Thursday, June 12, 2014

Miss Jaster's Adventures: Part 2

Check your mailboxes, I sent you all postcards today! :) 

Before heading to Scotland I visited the ruins of this old church, Wenlock Priory. It was built in the 1100s! 

I ventured up to Scotland all by myself. An hour by bus and  4 more by train to Edinburgh. 
This statue called "Greyfriar's Bobby" is famous. It's in honor of a dog who sat outside the cemetary where his master was buried for years. The cemetary is behind the pub, also named after the dog. 

Here's the cemetary, I thought it was pretty cool. It's supposedly one of the most haunted places in the world! I didn't see any ghosts though. ;) 

I also visited the place where JK Rowling wrote most of Harry Potter. Here's the view from the window where she sat. That's Edinburgh Castle on the hill. I visited that too! 

I went to this cool museum called Camera Obscura. The top of the building has a room that is a camera (an old camera) that you can stand in and see the city. Each floor had cool exhibits about illusions, and there was even a mirror maze. My favorite was the view from the roof. 

Then I went up to the castle. There were guards in kilts. Like the Queen's Guards at Buckingham Palace they are very serious, but I did see a few of them smile... So maybe not quite as serious. 
The castle is still used by the military today. Here are some pictures inside the castle grounds. 

This was a cemetary for soldier's dogs. 

After Edinburgh I took another 4 hour train trip to Fort William, which is the most beautiful place I have ever been! I took a boat ride around the loch (lake) here & yes, I ate Haggis!! It was really good, like peppery sausage. Ben Nevis, the tallest mountain in the UK is found here. It's the one with snow on it.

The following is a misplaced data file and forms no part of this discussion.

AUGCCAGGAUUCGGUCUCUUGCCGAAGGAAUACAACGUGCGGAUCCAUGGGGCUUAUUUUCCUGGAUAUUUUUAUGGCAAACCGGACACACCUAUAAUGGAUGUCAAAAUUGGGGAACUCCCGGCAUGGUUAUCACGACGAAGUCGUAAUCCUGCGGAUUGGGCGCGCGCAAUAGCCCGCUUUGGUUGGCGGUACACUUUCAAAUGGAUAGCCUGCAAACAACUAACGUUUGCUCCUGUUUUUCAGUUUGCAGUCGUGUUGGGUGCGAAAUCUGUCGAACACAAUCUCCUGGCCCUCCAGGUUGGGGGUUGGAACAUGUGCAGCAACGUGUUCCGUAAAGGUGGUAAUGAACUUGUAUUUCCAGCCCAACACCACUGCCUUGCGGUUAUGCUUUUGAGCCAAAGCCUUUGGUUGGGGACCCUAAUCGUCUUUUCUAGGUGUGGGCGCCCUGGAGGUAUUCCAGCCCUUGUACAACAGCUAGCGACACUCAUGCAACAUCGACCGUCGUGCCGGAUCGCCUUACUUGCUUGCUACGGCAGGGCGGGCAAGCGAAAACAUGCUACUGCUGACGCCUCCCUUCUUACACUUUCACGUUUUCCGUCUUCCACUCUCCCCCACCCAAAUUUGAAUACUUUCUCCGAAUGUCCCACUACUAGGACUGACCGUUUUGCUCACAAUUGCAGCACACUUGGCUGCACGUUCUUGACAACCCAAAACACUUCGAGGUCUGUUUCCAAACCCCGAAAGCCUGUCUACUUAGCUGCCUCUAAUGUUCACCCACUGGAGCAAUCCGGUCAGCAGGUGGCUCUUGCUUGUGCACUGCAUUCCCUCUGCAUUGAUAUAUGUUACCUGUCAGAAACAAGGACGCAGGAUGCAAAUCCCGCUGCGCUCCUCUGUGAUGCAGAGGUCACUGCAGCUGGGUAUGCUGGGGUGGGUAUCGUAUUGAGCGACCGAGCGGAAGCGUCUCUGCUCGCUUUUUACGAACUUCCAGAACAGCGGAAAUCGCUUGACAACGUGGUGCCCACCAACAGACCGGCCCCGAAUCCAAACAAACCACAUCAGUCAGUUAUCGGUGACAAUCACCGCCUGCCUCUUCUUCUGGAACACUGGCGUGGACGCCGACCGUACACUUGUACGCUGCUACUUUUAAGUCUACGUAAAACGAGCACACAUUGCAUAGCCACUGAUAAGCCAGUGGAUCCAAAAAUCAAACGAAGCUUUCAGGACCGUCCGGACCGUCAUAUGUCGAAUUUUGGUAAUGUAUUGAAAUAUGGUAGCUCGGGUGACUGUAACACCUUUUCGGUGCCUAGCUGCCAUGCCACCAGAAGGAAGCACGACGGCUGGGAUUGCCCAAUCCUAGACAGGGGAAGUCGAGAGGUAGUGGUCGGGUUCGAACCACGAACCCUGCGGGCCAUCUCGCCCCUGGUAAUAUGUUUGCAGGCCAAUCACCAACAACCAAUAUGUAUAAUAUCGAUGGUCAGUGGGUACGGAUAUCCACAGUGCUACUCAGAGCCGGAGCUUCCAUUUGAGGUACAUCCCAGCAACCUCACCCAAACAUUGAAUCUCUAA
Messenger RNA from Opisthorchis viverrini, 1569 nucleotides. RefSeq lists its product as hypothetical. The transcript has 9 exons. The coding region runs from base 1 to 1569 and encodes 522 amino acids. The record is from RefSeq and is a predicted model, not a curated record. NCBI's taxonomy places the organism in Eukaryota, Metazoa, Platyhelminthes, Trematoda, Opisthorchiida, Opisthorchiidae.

We even saw some cute seals!

Haggis looks pretty gross... I really liked it though. 

The next day I took a ride on the steam train they used in the Harry Potter films. I even crosses the viaduct (bridge) in the movie. More pretty scenery! 

The train stopped in the tiny town of Mallaig, on the coast. 

Then I stayed one more night in Fort William before heading back to London. (9 hours by train!) 

Back in London I caught the sunset. 

The next day I went to the top of the tallest skyscraper in Europe, The Shard. You can see it in the left of the sunset photo above, it's the pointy one. 

It's 800ft high, you could see all of London! 

Tower of London. 

St. Paul's 

The London Eye & Big Ben. 

Then I rode a boat down the Thames, under the Tower Bridge... and walked in the foot path tunnel under the river! 

We hiked up the hill in Greenwich, to stand in two hemispheres at once. 

On the flight back to Arizona I took this picture, over Hudson Bay Canada. That's ice! 

I can't wait to see you in the fall, and share more pictures with you at recess ( if you want to come in & see them). If you have any questions, leave a comment below! 

Friday, May 30, 2014


Hey kids, Miss J here, enjoying my vacation, or as they would call it here, a holiday.